Paeonia californica | California peony are in abundance, still in bloom at higher elevations.
As expected we added a good number of plants we've never seen before.
We went to the other trailhead a bit further along the 79 to catch Viola pedunculata | California golden violet in bloom.
Along the San Ysabel creek we finally found Cerastium glomeratum | Mouse ear chickweed in bloom and in abundance.
We were trying to find them in bloom in Warner Springs, so far without much luck.
Now we have to go back to check out all the germination we spotted, it should get a lot more interesting.
Bloom: Good, should be better in a couple of weeks.
This must be one of the best displays of Dendromecon rigida | Bush poppy, most plants seem to bloom at the same time. Some with an unusually good bloom.
We counted hundreds of plant dotted on the hillsides.
Many nice blooming Dipterostemon capitatus capitatus | Blue dicks along our path.
Some Trichostema parishii | Parish's bluecurls, Lathyrus vestitus alefeldii | San Diego pea.
Two blueish blooming Ceanothus: Ceanothus oliganthus orcuttii | Hairy ceanothus and Ceanothus leucodermis | Chaparral whitethorn.
The plant with the most smell, not entirely pleasant: Cercocarpus betuloides betuloides | Birch leaf mountain mahogany.
At the point the road reaches the canyon, there is plenty of water to form a swampy area.
Difficult to cross even without the many Toxicodendron diversilobum | Poison oak.
If fact this might be the densest concentration and the tallest shrubs of Toxicodendron diversilobum | Poison oak.
Almost stepping on a Pituophis catenifer | Gopher Snake, the first reaction is stepping back fast.
We went around the snake along a drainage following a very faint road. The drainage with a steel cable became very steep and slippery and ends at the open Golden Sugar Mine.
Off course infested with Toxicodendron diversilobum | Poison oak, so careful not to catch a branch to hold back the slippery descend.
Further into the canyon Toxicodendron diversilobum | Poison oak dropped to zero.
A lot of Dudleya pulverulenta | California chalk dudleya and Dudleya saxosa aloides | Desert dudleya, going into bloom by the end of April, early May.
On our way back nice blooming Boechera californica | California rockcress and some fields of Eschscholzia californica | California poppy.
Along the road you find one of the best populations of Castilleja foliolosa | Woolly Indian paintbrush.
Bloom: Average, a lot of perennials, low on annuals.
A follow up from our March 6 hike.
Not that there was much to follow up, most of the follow up plants simply vanished. There are simply too many hungry rodents, rabbits and sheep around.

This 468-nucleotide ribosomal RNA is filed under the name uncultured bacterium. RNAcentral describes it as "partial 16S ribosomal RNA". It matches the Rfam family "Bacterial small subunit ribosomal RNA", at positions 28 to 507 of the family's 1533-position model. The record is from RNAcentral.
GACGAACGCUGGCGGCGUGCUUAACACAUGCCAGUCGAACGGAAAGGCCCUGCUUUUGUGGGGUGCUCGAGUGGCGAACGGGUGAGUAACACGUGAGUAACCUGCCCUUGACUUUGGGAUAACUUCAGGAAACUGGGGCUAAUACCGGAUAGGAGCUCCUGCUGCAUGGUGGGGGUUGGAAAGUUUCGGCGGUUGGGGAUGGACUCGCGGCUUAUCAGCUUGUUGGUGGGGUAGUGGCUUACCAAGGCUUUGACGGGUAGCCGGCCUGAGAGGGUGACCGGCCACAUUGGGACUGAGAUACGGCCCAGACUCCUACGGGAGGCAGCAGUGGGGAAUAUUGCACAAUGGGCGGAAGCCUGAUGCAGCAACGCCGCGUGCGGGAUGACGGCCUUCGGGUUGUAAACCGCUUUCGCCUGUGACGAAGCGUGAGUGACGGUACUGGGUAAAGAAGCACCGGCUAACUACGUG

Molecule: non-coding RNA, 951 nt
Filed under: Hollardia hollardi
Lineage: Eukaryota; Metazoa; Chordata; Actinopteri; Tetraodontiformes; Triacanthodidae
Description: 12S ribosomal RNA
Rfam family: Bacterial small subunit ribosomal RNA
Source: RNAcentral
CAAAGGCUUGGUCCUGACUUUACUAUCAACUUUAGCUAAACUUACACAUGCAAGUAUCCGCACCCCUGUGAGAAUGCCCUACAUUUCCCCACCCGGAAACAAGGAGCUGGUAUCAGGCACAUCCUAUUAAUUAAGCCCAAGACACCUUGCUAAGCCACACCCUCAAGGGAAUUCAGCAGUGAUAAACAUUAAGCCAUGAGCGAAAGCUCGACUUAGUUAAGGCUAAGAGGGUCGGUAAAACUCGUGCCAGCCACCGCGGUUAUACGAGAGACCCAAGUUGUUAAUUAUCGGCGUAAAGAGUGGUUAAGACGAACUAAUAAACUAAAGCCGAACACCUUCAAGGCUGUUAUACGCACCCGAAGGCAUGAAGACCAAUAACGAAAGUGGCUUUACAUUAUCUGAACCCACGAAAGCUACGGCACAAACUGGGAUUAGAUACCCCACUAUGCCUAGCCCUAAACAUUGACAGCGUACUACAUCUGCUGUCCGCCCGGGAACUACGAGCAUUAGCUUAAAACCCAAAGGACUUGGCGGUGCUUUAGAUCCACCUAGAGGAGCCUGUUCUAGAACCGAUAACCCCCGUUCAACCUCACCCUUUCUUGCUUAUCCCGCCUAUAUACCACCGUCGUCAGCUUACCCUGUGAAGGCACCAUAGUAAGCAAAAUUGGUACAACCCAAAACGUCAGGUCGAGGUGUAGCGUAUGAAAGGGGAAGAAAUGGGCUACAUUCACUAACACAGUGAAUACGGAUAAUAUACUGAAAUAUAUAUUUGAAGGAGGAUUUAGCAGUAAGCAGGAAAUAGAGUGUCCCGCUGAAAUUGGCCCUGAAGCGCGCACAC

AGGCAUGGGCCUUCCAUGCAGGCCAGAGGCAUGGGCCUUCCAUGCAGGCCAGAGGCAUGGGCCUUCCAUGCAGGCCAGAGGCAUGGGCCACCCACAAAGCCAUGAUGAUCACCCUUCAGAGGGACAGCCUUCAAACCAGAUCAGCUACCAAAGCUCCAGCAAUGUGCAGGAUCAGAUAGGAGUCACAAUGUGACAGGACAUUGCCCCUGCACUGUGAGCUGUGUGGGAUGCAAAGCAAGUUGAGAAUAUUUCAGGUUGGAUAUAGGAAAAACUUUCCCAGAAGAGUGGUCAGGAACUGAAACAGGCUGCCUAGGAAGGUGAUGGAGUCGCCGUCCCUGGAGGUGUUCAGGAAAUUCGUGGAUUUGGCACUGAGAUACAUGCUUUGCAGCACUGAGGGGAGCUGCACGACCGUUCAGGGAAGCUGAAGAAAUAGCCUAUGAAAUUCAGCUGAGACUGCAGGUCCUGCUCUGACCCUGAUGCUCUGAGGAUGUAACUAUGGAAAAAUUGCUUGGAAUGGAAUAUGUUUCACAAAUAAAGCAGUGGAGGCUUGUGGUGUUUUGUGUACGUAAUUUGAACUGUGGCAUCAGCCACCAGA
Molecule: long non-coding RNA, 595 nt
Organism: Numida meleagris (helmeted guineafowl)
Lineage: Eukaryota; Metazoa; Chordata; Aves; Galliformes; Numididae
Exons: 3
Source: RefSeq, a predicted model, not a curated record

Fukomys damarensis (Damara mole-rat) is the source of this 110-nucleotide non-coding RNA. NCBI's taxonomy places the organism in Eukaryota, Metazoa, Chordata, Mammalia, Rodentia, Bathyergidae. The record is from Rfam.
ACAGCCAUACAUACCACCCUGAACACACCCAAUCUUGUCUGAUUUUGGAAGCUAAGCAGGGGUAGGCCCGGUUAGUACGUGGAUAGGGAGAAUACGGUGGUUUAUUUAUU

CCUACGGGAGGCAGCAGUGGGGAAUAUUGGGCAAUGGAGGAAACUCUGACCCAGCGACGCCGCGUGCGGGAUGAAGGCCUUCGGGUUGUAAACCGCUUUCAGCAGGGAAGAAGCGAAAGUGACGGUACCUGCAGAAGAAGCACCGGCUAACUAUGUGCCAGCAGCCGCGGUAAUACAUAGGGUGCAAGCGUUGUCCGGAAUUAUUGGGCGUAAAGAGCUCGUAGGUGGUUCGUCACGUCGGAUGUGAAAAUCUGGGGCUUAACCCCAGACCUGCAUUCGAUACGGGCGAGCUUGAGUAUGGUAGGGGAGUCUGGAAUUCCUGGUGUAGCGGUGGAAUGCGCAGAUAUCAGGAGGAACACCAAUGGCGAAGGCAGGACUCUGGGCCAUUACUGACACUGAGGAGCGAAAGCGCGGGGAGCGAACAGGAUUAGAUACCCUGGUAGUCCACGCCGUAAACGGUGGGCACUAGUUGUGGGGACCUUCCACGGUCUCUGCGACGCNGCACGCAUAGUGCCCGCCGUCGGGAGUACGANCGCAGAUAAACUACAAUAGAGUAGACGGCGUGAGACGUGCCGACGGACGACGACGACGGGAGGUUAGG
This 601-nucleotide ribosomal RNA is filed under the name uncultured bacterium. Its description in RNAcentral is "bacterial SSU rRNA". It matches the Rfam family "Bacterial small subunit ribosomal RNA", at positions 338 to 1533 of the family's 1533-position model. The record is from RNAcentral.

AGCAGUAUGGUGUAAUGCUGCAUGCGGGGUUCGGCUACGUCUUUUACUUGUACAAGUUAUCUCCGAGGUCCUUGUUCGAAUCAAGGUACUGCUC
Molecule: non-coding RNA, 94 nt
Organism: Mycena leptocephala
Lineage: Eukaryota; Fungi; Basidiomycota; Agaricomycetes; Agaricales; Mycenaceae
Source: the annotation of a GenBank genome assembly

Bloom is very low in Bitter Creek proper.
That changes as soon as we leave the main canyon.
An overwhelming number of blooming Diplacus brevipes | Wide throated yellow monkeyflower, by the hundreds, following the wash.
The real surprise finding Diplacus bigelovii bigelovii | Bigelow's monkey flower and Diplacus fremontii | Fremont's monkeyflower on the same loop.
The smell of Salvia apiana | White sage is very strong, reaching over a hundred meters.
The most abundant bloomer Chaenactis fremontii | Fremont's pincushion, in large flower fields.
Encelia farinosa farinosa | Brittlebush is now at peak bloom, with unusual large flowers, trying to fool us into being Encelia actoni.
Bloom: Good, one of the better blooms we've seen on this loop.
On our last visit to the area, bloom was exceptional, we wanted to check an area we missed.
It takes 1/2 an hour to get to the good part and it's well worth it.
All of the sudden the same plants go from small to huge.
Good fields of Malacothrix glabrata | Desert dandelion, Leptosiphon lemmonii |, Lemmon's linanthus and Eriophyllum wallacei wallacei | Wallace's woolly daisy in the first part.
Getting much better and larger as we cross the fire boundary.
We found the rare Harpagonella palmeri a couple of weeks ago at a known location. Tiny unhappy, fruiting plants.
Here we stumbled upon a huge population, whole fields of happy green often blooming plants, in the hundreds.
Another great find a large really white Euphorbia melanadenia | Red gland spurge.
A loop up one Whale Peak trail head and down on another and visiting a known Eriogonum apiculatum | San Jacinto Wild Buckwheat location.
We found several small Eriogonum apiculatum with very distinct leaves.
Another reason for the loop was checking on seedlings of Boechera Rockcress, we didn't find those, but we did find a number of Boechera xylopoda | Slender and beautiful rockcress in bloom.
Bloom: Low, germination is good is some places and the soil is wet.
Just after the "rain" and very windy.
We seemed to find the only spot the sun wasn't shining, a persistent cloud blocked the canyon.
Luckily the cloud was gone by the time we entered the canyon.
Plants are at the end of bloom, but that also means they are bigger.